Delaney said having the opportunity to give back to children in his hometown is “very gratifying.”

“I always did stuff, and I always thought that if I made it I would always give back because there weren’t a lot of guys before me who I could say actually helped me or my friends out in the process of trying to achieve our goals. So me making it and having the ability to do it, I try my best to do it, and just having people around me that are on the same page with me and they’re just as passionate about it as me is easy to do, ’cause Baltimore city is very tough with picking the right team.”

Delaney is also passionate about the school system as a whole.

“I think just the attention needs to be paid more to the structure of these schools,” he said. “We’ve got a lot of schools that aren’t in good condition, so I think that’s something that needs to be addressed. And the heating system and the air conditioning, that needs to be priority. I also think the kids should be comfortable going to school, and it’s already enough to have to deal with an inner city of Baltimore, period, but once you add into consideration that some of these kids don’t even have coats to go to school, and once they get to school that there’s no heat, that just makes the learning environment a lot tougher. So I think just addressing this problem is a start, and then after that I think, you know, we still got to beat up the Baltimore city school system and try to get some more things done, because we might have one.”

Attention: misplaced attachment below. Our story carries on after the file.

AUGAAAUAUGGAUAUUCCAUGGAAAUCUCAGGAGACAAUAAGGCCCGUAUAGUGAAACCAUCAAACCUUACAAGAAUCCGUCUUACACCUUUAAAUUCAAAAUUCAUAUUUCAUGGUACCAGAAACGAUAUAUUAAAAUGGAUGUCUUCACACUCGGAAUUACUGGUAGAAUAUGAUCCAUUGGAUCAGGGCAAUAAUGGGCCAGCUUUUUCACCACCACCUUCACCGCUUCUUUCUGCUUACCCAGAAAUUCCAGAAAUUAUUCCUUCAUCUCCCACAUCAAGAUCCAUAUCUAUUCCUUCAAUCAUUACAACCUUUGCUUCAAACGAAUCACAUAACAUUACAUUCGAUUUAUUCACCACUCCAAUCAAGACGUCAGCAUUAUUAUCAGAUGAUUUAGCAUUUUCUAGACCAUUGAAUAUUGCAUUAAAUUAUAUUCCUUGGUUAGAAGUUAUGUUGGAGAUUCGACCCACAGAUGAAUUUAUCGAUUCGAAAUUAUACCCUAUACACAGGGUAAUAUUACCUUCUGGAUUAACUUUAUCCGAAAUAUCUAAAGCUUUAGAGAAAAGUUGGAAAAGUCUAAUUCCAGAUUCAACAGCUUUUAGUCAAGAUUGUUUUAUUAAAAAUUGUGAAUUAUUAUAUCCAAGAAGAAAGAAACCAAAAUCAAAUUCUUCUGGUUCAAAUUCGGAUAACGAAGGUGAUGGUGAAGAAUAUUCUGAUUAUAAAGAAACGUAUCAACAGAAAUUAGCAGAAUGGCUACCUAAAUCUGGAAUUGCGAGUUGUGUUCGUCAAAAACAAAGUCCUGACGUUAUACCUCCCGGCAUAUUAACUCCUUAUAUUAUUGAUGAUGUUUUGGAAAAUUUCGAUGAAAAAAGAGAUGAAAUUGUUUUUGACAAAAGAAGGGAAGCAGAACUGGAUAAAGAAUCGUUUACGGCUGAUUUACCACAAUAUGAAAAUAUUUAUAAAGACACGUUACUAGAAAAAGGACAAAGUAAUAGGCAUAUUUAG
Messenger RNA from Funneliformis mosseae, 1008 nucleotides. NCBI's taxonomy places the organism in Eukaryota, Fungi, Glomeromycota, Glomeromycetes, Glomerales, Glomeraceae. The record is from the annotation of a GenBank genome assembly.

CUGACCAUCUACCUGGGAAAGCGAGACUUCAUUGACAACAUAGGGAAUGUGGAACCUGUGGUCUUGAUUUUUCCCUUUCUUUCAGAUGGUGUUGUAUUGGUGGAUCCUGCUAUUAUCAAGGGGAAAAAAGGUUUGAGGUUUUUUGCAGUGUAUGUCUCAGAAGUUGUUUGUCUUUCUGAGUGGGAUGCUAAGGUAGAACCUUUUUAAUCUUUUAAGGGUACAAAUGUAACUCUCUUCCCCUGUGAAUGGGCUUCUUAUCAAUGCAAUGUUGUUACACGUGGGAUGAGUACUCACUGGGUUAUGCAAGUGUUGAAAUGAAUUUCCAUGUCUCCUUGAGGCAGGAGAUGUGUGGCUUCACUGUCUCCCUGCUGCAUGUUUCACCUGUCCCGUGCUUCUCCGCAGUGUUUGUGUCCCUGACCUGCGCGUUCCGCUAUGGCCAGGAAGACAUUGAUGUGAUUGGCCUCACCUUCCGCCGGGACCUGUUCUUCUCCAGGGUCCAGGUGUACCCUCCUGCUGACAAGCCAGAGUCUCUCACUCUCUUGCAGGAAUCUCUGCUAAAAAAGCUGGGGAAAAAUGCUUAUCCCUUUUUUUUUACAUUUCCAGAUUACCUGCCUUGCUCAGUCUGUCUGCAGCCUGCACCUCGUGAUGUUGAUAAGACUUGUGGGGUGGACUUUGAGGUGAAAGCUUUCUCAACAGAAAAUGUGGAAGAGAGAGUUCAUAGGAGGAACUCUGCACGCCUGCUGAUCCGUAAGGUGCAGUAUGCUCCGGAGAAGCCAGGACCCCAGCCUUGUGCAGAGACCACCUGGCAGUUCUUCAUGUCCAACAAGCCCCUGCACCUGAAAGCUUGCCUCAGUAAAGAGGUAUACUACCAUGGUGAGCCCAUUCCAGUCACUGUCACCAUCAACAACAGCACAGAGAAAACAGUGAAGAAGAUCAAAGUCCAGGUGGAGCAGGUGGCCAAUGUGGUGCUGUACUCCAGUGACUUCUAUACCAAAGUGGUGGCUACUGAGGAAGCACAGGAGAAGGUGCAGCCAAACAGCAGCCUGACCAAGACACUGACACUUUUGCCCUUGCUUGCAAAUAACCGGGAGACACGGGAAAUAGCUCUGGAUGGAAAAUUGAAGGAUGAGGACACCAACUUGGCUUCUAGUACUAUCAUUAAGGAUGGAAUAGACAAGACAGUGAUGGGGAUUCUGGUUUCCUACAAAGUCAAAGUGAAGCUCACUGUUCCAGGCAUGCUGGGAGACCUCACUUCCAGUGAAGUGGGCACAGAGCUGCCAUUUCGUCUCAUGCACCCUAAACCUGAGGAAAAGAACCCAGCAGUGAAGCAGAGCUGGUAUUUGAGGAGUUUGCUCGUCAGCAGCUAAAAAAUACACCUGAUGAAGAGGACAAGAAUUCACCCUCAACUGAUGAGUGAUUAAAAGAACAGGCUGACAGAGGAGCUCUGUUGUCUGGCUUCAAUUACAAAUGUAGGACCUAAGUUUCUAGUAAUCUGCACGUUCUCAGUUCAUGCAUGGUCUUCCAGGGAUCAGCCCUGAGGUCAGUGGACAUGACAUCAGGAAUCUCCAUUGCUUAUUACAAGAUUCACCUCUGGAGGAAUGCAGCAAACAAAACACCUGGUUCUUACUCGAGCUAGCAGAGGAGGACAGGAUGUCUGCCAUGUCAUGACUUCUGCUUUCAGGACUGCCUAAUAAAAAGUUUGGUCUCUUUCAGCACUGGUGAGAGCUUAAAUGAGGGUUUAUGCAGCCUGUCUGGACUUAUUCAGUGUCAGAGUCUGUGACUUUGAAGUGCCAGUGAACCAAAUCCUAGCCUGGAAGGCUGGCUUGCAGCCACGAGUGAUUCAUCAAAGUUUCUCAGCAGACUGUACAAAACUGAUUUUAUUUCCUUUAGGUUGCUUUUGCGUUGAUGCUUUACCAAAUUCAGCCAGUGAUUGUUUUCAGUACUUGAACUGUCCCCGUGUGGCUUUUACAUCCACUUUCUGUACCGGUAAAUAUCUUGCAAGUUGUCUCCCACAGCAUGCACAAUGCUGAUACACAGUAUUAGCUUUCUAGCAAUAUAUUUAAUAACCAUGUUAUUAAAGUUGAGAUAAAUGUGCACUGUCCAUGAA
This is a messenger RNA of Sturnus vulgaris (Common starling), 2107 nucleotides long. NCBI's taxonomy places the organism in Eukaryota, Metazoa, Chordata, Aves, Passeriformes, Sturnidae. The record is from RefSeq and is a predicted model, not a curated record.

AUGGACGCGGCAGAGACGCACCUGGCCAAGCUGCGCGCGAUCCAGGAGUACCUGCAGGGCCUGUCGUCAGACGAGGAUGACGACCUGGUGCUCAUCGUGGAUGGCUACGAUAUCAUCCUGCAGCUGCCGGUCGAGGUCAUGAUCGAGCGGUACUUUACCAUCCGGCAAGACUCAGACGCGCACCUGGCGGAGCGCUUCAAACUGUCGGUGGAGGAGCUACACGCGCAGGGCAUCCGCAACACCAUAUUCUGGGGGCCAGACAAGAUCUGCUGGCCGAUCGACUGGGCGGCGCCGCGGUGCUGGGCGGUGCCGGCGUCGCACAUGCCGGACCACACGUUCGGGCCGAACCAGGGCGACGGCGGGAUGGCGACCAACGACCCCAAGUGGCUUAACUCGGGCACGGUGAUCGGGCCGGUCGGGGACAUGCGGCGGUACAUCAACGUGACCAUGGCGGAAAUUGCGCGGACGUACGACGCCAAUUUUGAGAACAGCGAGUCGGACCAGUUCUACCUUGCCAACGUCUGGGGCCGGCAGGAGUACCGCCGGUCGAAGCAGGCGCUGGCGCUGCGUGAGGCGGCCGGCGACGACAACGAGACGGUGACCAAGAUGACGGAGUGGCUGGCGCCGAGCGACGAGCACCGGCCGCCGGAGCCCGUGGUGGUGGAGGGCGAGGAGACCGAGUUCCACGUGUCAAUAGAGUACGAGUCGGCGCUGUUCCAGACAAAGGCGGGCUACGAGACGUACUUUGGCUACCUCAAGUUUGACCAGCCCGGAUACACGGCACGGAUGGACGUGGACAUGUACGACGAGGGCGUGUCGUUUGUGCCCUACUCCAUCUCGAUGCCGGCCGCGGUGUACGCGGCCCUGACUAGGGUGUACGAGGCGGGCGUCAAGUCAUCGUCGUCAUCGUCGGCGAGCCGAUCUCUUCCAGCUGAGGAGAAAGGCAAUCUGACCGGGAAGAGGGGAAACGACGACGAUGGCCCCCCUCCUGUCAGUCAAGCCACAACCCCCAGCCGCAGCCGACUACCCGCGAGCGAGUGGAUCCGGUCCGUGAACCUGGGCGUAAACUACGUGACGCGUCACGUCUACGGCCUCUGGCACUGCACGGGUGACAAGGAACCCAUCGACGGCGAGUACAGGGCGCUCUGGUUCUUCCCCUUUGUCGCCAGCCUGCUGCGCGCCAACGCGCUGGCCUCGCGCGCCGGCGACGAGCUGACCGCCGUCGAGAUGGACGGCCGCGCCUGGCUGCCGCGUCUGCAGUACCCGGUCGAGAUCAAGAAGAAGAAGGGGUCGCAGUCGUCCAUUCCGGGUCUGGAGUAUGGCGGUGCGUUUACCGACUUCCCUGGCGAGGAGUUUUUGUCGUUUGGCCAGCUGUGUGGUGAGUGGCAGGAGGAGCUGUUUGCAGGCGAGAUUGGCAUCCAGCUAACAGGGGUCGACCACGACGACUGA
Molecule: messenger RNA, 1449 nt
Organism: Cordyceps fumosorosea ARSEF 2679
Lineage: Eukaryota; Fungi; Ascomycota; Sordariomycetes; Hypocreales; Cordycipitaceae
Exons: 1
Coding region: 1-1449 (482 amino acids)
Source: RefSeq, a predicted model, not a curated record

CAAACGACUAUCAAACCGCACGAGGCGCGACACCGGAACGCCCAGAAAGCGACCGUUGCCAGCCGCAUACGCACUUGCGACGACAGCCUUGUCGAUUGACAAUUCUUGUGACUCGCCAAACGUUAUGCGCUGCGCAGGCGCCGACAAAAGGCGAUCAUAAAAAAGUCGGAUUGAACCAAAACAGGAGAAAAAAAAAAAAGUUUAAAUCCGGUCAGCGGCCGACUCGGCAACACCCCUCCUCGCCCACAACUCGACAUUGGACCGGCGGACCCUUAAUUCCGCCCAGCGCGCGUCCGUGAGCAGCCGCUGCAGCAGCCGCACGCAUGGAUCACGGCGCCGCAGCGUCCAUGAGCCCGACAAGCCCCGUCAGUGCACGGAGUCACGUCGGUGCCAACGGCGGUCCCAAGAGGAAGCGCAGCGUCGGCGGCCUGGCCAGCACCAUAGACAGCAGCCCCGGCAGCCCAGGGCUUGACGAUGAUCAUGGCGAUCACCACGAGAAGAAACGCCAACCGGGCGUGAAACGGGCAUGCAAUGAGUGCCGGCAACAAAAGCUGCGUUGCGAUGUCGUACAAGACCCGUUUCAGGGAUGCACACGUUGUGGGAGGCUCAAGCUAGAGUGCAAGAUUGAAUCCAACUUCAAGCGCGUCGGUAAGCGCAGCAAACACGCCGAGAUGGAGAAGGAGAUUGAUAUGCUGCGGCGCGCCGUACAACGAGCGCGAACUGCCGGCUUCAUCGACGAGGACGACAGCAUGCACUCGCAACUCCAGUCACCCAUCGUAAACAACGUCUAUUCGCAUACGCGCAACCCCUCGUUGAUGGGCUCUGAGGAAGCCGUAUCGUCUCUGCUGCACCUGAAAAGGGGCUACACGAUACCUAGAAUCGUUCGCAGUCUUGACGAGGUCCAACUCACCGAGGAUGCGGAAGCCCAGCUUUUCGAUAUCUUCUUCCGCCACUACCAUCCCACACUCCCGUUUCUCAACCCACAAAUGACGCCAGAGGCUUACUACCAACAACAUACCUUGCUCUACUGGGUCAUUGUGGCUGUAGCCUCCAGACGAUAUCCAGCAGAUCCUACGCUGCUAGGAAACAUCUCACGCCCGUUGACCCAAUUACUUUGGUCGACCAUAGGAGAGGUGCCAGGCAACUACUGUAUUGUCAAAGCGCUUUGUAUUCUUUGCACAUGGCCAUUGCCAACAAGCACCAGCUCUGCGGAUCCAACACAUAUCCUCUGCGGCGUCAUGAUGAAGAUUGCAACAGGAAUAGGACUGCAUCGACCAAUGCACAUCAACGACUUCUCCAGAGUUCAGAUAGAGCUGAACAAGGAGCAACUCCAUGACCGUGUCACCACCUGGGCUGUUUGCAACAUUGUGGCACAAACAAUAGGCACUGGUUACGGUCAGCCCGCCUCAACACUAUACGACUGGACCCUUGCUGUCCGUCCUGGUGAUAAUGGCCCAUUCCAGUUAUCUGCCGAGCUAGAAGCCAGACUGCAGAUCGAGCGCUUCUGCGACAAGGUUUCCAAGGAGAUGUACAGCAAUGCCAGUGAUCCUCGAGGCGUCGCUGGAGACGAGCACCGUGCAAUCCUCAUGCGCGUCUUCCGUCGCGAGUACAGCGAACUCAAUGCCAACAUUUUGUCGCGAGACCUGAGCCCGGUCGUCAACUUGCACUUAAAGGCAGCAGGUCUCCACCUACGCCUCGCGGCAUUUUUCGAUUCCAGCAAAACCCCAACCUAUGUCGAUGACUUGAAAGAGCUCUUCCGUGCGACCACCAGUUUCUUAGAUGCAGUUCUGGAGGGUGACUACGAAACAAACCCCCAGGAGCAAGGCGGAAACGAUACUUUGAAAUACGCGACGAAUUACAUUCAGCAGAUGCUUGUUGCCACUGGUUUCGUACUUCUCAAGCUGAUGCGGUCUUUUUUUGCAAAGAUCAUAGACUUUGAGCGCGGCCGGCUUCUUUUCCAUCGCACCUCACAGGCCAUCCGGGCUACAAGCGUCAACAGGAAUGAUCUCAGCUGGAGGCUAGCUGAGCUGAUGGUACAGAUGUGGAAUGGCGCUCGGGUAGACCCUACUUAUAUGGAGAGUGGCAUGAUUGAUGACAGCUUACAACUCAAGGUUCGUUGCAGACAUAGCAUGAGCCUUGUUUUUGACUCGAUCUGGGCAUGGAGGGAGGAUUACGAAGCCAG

Delaney played professionally overseas after college for teams including Élan Chalon, Budivelnyk Kyiv, Bayern Munich and Lokomotiv Kuban. In 2016, he earned an All-EuroLeague first-team selection.

Delaney signed with the Atlanta Hawks on July 15, 2016, and made his NBA debut in the team’s season opener in October that year.

John Wall: A letter to my dad The Wizards All-Star opens up about living his dreams and honoring his father’s memory

Dear Dad,

We all go through life hoping and wishing for many things. Many of my wishes have mostly come true, with a successful career that has allowed me to take care of my family.

But there’s one wish of mine that will never be granted. That wish would be bringing you back to life so that you could see me play in the NBA.

You never got the chance to see me play basketball at any level. In fact, we never had a chance to play catch like fathers and sons do, and you were barely around when I took my first steps.

That’s what happens when a parent goes to prison. You went there when I was 2, charged with an armed robbery that I didn’t even know about until years later.